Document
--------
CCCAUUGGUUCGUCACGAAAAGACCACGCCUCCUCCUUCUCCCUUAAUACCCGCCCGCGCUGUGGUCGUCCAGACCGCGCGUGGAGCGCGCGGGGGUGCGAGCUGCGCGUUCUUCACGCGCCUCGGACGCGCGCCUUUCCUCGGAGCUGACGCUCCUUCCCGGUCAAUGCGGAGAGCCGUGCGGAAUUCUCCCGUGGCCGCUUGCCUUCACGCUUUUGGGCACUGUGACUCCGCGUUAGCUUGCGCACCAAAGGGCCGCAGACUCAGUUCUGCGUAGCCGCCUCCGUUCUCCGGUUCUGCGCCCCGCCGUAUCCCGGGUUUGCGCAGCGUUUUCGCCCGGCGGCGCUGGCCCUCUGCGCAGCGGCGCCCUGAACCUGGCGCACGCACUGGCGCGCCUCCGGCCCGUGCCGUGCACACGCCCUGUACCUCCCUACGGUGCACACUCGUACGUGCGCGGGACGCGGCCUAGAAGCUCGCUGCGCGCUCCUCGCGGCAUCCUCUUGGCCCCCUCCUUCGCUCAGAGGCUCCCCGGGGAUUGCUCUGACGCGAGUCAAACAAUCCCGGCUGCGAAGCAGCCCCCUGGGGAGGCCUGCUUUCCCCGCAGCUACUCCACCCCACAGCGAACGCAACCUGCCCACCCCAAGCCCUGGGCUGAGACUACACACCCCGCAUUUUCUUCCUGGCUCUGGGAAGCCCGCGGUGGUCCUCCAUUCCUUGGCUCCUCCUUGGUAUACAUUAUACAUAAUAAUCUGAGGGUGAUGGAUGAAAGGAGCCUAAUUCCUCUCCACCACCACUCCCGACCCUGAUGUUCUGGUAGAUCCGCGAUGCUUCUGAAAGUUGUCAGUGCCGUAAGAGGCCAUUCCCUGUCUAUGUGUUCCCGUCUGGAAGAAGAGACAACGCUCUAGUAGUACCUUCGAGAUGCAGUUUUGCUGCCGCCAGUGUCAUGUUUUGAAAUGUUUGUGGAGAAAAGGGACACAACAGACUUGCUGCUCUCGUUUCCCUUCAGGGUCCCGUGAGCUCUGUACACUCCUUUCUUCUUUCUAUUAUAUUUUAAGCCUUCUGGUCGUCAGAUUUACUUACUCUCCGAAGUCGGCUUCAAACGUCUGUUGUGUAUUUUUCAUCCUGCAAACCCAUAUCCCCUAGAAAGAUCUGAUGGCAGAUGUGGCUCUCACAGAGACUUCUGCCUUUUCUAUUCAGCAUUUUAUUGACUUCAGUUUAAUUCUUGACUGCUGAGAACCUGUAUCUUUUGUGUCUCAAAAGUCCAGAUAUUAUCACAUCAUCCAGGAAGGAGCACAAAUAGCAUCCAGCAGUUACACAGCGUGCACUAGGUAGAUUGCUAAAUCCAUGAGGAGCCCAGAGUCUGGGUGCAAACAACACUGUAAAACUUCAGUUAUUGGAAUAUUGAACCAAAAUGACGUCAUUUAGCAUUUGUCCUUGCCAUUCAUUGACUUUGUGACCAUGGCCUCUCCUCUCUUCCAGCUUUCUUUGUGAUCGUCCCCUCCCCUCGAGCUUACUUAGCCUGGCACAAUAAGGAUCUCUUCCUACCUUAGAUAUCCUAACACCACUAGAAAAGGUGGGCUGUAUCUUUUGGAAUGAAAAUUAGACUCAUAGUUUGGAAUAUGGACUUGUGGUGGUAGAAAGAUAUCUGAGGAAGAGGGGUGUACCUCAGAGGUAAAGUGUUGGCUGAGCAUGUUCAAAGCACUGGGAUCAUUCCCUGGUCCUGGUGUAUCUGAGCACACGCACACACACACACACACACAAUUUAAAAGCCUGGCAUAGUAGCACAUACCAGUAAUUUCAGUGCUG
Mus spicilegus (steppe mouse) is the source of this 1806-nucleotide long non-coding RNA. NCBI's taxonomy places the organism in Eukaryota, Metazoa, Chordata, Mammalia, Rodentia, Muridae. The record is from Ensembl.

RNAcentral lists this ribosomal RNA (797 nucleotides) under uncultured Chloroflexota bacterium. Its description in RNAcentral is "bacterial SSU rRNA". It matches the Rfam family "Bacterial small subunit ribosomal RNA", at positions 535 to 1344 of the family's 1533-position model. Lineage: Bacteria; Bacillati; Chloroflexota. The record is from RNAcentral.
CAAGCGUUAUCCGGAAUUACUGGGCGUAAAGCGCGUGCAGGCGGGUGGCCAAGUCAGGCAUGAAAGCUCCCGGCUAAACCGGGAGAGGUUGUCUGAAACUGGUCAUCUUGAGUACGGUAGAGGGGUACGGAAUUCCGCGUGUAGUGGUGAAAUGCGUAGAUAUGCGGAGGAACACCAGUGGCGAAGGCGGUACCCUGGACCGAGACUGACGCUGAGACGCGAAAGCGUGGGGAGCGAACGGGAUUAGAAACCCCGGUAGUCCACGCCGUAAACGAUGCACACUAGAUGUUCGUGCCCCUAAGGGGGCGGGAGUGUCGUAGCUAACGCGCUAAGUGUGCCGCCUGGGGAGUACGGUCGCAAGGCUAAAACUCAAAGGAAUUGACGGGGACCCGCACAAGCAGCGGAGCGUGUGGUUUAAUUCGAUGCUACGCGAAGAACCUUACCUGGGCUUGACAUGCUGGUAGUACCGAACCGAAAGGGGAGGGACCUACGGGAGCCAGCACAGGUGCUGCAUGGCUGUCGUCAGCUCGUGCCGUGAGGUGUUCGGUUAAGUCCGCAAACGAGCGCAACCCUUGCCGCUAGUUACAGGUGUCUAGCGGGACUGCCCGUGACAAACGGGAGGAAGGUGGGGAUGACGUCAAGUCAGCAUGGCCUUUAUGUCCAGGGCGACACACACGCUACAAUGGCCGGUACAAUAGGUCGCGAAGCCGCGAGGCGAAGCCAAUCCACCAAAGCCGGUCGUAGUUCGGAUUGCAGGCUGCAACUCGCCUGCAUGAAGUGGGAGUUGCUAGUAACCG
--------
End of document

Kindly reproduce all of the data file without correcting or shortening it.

CCCAUUGGUUCGUCACGAAAAGACCACGCCUCCUCCUUCUCCCUUAAUACCCGCCCGCGCUGUGGUCGUCCAGACCGCGCGUGGAGCGCGCGGGGGUGCGAGCUGCGCGUUCUUCACGCGCCUCGGACGCGCGCCUUUCCUCGGAGCUGACGCUCCUUCCCGGUCAAUGCGGAGAGCCGUGCGGAAUUCUCCCGUGGCCGCUUGCCUUCACGCUUUUGGGCACUGUGACUCCGCGUUAGCUUGCGCACCAAAGGGCCGCAGACUCAGUUCUGCGUAGCCGCCUCCGUUCUCCGGUUCUGCGCCCCGCCGUAUCCCGGGUUUGCGCAGCGUUUUCGCCCGGCGGCGCUGGCCCUCUGCGCAGCGGCGCCCUGAACCUGGCGCACGCACUGGCGCGCCUCCGGCCCGUGCCGUGCACACGCCCUGUACCUCCCUACGGUGCACACUCGUACGUGCGCGGGACGCGGCCUAGAAGCUCGCUGCGCGCUCCUCGCGGCAUCCUCUUGGCCCCCUCCUUCGCUCAGAGGCUCCCCGGGGAUUGCUCUGACGCGAGUCAAACAAUCCCGGCUGCGAAGCAGCCCCCUGGGGAGGCCUGCUUUCCCCGCAGCUACUCCACCCCACAGCGAACGCAACCUGCCCACCCCAAGCCCUGGGCUGAGACUACACACCCCGCAUUUUCUUCCUGGCUCUGGGAAGCCCGCGGUGGUCCUCCAUUCCUUGGCUCCUCCUUGGUAUACAUUAUACAUAAUAAUCUGAGGGUGAUGGAUGAAAGGAGCCUAAUUCCUCUCCACCACCACUCCCGACCCUGAUGUUCUGGUAGAUCCGCGAUGCUUCUGAAAGUUGUCAGUGCCGUAAGAGGCCAUUCCCUGUCUAUGUGUUCCCGUCUGGAAGAAGAGACAACGCUCUAGUAGUACCUUCGAGAUGCAGUUUUGCUGCCGCCAGUGUCAUGUUUUGAAAUGUUUGUGGAGAAAAGGGACACAACAGACUUGCUGCUCUCGUUUCCCUUCAGGGUCCCGUGAGCUCUGUACACUCCUUUCUUCUUUCUAUUAUAUUUUAAGCCUUCUGGUCGUCAGAUUUACUUACUCUCCGAAGUCGGCUUCAAACGUCUGUUGUGUAUUUUUCAUCCUGCAAACCCAUAUCCCCUAGAAAGAUCUGAUGGCAGAUGUGGCUCUCACAGAGACUUCUGCCUUUUCUAUUCAGCAUUUUAUUGACUUCAGUUUAAUUCUUGACUGCUGAGAACCUGUAUCUUUUGUGUCUCAAAAGUCCAGAUAUUAUCACAUCAUCCAGGAAGGAGCACAAAUAGCAUCCAGCAGUUACACAGCGUGCACUAGGUAGAUUGCUAAAUCCAUGAGGAGCCCAGAGUCUGGGUGCAAACAACACUGUAAAACUUCAGUUAUUGGAAUAUUGAACCAAAAUGACGUCAUUUAGCAUUUGUCCUUGCCAUUCAUUGACUUUGUGACCAUGGCCUCUCCUCUCUUCCAGCUUUCUUUGUGAUCGUCCCCUCCCCUCGAGCUUACUUAGCCUGGCACAAUAAGGAUCUCUUCCUACCUUAGAUAUCCUAACACCACUAGAAAAGGUGGGCUGUAUCUUUUGGAAUGAAAAUUAGACUCAUAGUUUGGAAUAUGGACUUGUGGUGGUAGAAAGAUAUCUGAGGAAGAGGGGUGUACCUCAGAGGUAAAGUGUUGGCUGAGCAUGUUCAAAGCACUGGGAUCAUUCCCUGGUCCUGGUGUAUCUGAGCACACGCACACACACACACACACACAAUUUAAAAGCCUGGCAUAGUAGCACAUACCAGUAAUUUCAGUGCUG
Mus spicilegus (steppe mouse) is the source of this 1806-nucleotide long non-coding RNA. NCBI's taxonomy places the organism in Eukaryota, Metazoa, Chordata, Mammalia, Rodentia, Muridae. The record is from Ensembl.

RNAcentral lists this ribosomal RNA (797 nucleotides) under uncultured Chloroflexota bacterium. Its description in RNAcentral is "bacterial SSU rRNA". It matches the Rfam family "Bacterial small subunit ribosomal RNA", at positions 535 to 1344 of the family's 1533-position model. Lineage: Bacteria; Bacillati; Chloroflexota. The record is from RNAcentral.
CAAGCGUUAUCCGGAAUUACUGGGCGUAAAGCGCGUGCAGGCGGGUGGCCAAGUCAGGCAUGAAAGCUCCCGGCUAAACCGGGAGAGGUUGUCUGAAACUGGUCAUCUUGAGUACGGUAGAGGGGUACGGAAUUCCGCGUGUAGUGGUGAAAUGCGUAGAUAUGCGGAGGAACACCAGUGGCGAAGGCGGUACCCUGGACCGAGACUGACGCUGAGACGCGAAAGCGUGGGGAGCGAACGGGAUUAGAAACCCCGGUAGUCCACGCCGUAAACGAUGCACACUAGAUGUUCGUGCCCCUAAGGGGGCGGGAGUGUCGUAGCUAACGCGCUAAGUGUGCCGCCUGGGGAGUACGGUCGCAAGGCUAAAACUCAAAGGAAUUGACGGGGACCCGCACAAGCAGCGGAGCGUGUGGUUUAAUUCGAUGCUACGCGAAGAACCUUACCUGGGCUUGACAUGCUGGUAGUACCGAACCGAAAGGGGAGGGACCUACGGGAGCCAGCACAGGUGCUGCAUGGCUGUCGUCAGCUCGUGCCGUGAGGUGUUCGGUUAAGUCCGCAAACGAGCGCAACCCUUGCCGCUAGUUACAGGUGUCUAGCGGGACUGCCCGUGACAAACGGGAGGAAGGUGGGGAUGACGUCAAGUCAGCAUGGCCUUUAUGUCCAGGGCGACACACACGCUACAAUGGCCGGUACAAUAGGUCGCGAAGCCGCGAGGCGAAGCCAAUCCACCAAAGCCGGUCGUAGUUCGGAUUGCAGGCUGCAACUCGCCUGCAUGAAGUGGGAGUUGCUAGUAACCG